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Koch v. Construction Technology, Inc.

    Brief Fact Summary.

    Plaintiff sued Defendant for breach of contract when Defendant refused to pay Plaintiff the amount it owed to Plaintiff for the work he performed. Defendant alleged that it was not obligated to pay Plaintiff because payment by MHA is a condition precedent to Defendant’s obligation to pay Plaintiff. The trial court refused to award Plaintiff the full amount due him under the subcontract. The court of appeals affirmed.

    Synopsis of Rule of Law.

    Condition precedents, particularly in the context of “pay when paid” clauses, are not favored in contract law and will be interpreted as effecting the timing of payments not the obligation to pay.

    Facts.

    Construction Technology, Inc. (Defendant) subcontracted the painting portion of a Memphis Housing Authority (MHA) construction project to Koch (Plaintiff). The subcontract included a “pay when paid” clause, which provided, in part, that “payments subject to all applicable provisions of the Contract shall be made when and as payments are received by the Contractor.” After Plaintiff completed all his work, Defendant paid him $148,110.96 but refused to make additional payments because the MHA had not yet paid Defendant in full. Plaintiff sued for breach of contract. Defendant alleged that it was not obligated to pay Plaintiff because payment by MHA is a condition precedent to Defendant’s obligation to pay Plaintiff. The trial court refused to award Plaintiff the full amount due him under the subcontract. The court of appeals affirmed the judgment, holding that the “pay when paid” clause was a condition precedent to Defendant’s obligations to Plaintiff.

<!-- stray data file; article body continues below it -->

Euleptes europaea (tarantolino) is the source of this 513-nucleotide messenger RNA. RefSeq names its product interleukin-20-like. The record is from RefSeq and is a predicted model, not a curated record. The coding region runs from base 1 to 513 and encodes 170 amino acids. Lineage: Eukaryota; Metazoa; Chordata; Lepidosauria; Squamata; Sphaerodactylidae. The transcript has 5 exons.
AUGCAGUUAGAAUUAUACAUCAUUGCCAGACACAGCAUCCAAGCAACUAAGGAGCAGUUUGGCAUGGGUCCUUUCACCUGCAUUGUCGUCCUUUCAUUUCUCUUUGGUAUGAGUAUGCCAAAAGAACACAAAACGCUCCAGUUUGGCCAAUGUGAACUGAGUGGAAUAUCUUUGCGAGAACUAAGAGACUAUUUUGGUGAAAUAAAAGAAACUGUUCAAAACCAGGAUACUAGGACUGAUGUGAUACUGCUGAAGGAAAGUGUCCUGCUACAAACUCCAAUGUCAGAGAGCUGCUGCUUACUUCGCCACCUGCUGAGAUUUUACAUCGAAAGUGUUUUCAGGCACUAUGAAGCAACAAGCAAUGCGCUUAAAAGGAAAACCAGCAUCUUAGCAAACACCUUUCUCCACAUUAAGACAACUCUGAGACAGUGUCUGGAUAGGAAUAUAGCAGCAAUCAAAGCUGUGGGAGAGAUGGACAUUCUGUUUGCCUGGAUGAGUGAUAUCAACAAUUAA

Issue.

    Whether a “pay when paid” clause qualifies as a condition precedent to the obligation to pay.

    Held.

    No. The court of appeals’ ruling is reversed and remanded. Condition precedents, particularly in the context of “pay when paid” clauses, are not favored in contract law and will be interpreted as effecting the timing of payments not the obligation to pay.

    Discussion.

    “Pay when paid” clauses are usually construed as simply affecting the timing of payments that the general contractor is required to make to the subcontractor. There is no reason to shift the risk of the owner’s nonperformance from the general contractor to the subcontractor, unless the language of the contract clearly indicates the specific intent to do so. Just as the general contractor expects to be paid in full by the owner for his labor and materials, the subcontractor expects to be paid in full by the general contractor for his labor and materials. Even the insolvency of the owner will not defeat the claim of the subcontractor against the general contractor. The language in the “pay when paid” clause does not reveal the parties’ intention to shift the risk of the owner’s nonperformance to the subcontractor. The language is more clearly interpreted as a timing provision.


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